267

Trails Reviewed

Find Trails & Maps

Search for Trail
Search by Location
Search by

Back to listing

Isle Royale NP: Lane Cove Trail

Trail Details

County
Houghton
Regions
Western Upper Peninsula
Latitude
N 48° 07' 51.24"
Longitude
W 088° 33' 32.04"
Distance
2.4 miles
Trail Type
Foot path
Terrain
Greenstone Ridge, Lake Superior
Difficulty
Moderate to difficult
Nearest City or Town
Houghton
(map loads here)
view location
Lane Cove Trail and the campground at its north end are the only avenue hikers have to the Five Fingers of Isle Royale, that special area of long, narrow bays and fiordlike coves. This is an excellent first-night destination out of Rock Harbor for any backpacker hiking the Greenstone and anxious to escape the bustle of campgrounds like Daisy Farm.
Expand All
Photos
Description
Lane Cove Trail and the campground at its north end are the only avenue hikers have to the Five Fingers of Isle Royale, that special area of long, narrow bays and fiord-like coves. This is an excellent first-night destination out of Rock Harbor for any backpacker hiking the Greenstone Ridge Trail and anxious to escape the bustle of campgrounds like Daisy Farm. The trek from Rock Harbor to Lane Cove is 5.9 miles, via the Tobin Harbor Trail and Mount Franklin Trail.

The shoreline campground is one of the few along Lake Superior without shelters and offers only individual campsites and pit toilets. But the area is beautiful as you view the entire cove or gaze beyond its narrow mouth to the tree-studded islets north of Belie Harbor. On a clear day, this is also one of the few campgrounds where you can view Canada from your tent site.
Amenities & Services
Camping
Difficulty - Moderate
Foot Path
Trail Guide

Lane Cove Trail is covered with detailed maps in Isle Royale National Park: Foot Trails & Water Routes by Jim DuFresne. To order the 184-page guide to the wilderness island, Click Here.

Facilities

Shower tokens, clean towel, and bar of soap can be purchased at the camp store at Rock Harbor or Windigo. Some backpackers like to book a room for their final night at Rock Harbor, either at the lodge or in one of the housekeeping units that can be shared by six people and feature small kitchenettes. For reservations, contact the park concessionaire, Forever Resorts (866-644-2003 or 906-337-4993 in summer; www.isleroyaleresort.com).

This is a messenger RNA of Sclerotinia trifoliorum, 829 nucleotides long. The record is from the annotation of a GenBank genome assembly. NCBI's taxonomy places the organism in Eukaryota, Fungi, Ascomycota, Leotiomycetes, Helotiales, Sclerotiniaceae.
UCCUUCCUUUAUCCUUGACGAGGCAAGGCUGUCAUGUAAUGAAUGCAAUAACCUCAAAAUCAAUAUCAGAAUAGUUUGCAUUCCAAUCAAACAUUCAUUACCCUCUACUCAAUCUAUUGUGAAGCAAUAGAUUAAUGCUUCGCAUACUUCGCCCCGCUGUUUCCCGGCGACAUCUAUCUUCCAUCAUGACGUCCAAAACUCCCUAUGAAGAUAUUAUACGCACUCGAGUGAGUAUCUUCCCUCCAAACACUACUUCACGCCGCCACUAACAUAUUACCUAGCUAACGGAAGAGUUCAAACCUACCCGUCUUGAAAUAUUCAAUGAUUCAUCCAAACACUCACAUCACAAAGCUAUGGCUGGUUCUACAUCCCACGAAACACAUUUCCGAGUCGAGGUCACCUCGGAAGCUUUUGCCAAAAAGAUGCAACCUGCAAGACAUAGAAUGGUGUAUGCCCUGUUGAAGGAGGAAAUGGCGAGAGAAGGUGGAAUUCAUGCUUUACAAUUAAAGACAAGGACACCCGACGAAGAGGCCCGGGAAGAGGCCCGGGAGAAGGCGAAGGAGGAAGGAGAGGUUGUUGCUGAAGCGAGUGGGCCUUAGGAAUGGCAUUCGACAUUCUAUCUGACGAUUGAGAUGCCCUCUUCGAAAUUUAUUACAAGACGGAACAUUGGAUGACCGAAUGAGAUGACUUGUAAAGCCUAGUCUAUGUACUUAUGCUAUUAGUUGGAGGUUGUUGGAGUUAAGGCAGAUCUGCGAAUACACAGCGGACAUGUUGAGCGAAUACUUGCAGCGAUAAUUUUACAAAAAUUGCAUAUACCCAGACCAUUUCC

Supplies

In the Upper Peninsula, on the way to Isle Royale National Park, the best place to pick up equipment is Downwind Sports which has two stores at 514 N Third St. in Marquette (906-226-7112) and 308 Shelden Ave. in Houghton (906-482-2500). Once on the island, information, maps and backcountry permits can be obtained from the Rock Harbor or Windigo Visitor Centers at the foot of the ferry wharf. There are also small stores at each entry port with limited and very expensive supplies.

Hours & Fees

Isle Royale National Park opens April 16 and closes on Nov. 1 to all visitors for the winter.  The park has a entrance fee of $7 per person per day or an annual pass for $60. You can pay the entrance fee once you arrive at the park or in advance at at pay.gov  and avoid congestion and long waits on the island. All park visitors who plan to camp overnight at campgrounds or cross-country sites are required to obtain a camping permit. This permit can be obtained free of charge at the visitor center at Windigo or Rock Harbor when you arrive or on board Ranger III on the way to the Island.

Directions

Lane Cove Trail begins near Mount Franklin on the Greenstone Ridge Trail. Most hikers reach the south end of it via the Rock Harbor Trail or Tobin Trail and then the Mount Franklin Trail from Rock Harbor. To reach Rock Harbor and Isle Royale National Park there's the Isle Royale Queen IV (906-289-4437; www.isleroyale.com), a ferry that departs from Copper Harbor.

Information

Call the Isle Royale National Park headquarters in Houghton (906-482-0984) or check the Isle Royale National Park website (www.nps.gov/isro).

Michigan TrailMaps.com Michigan's Premier Trail Resource Contact

Trail Mix News

by travel and outdoor writer Jim DuFresne!

Sign Up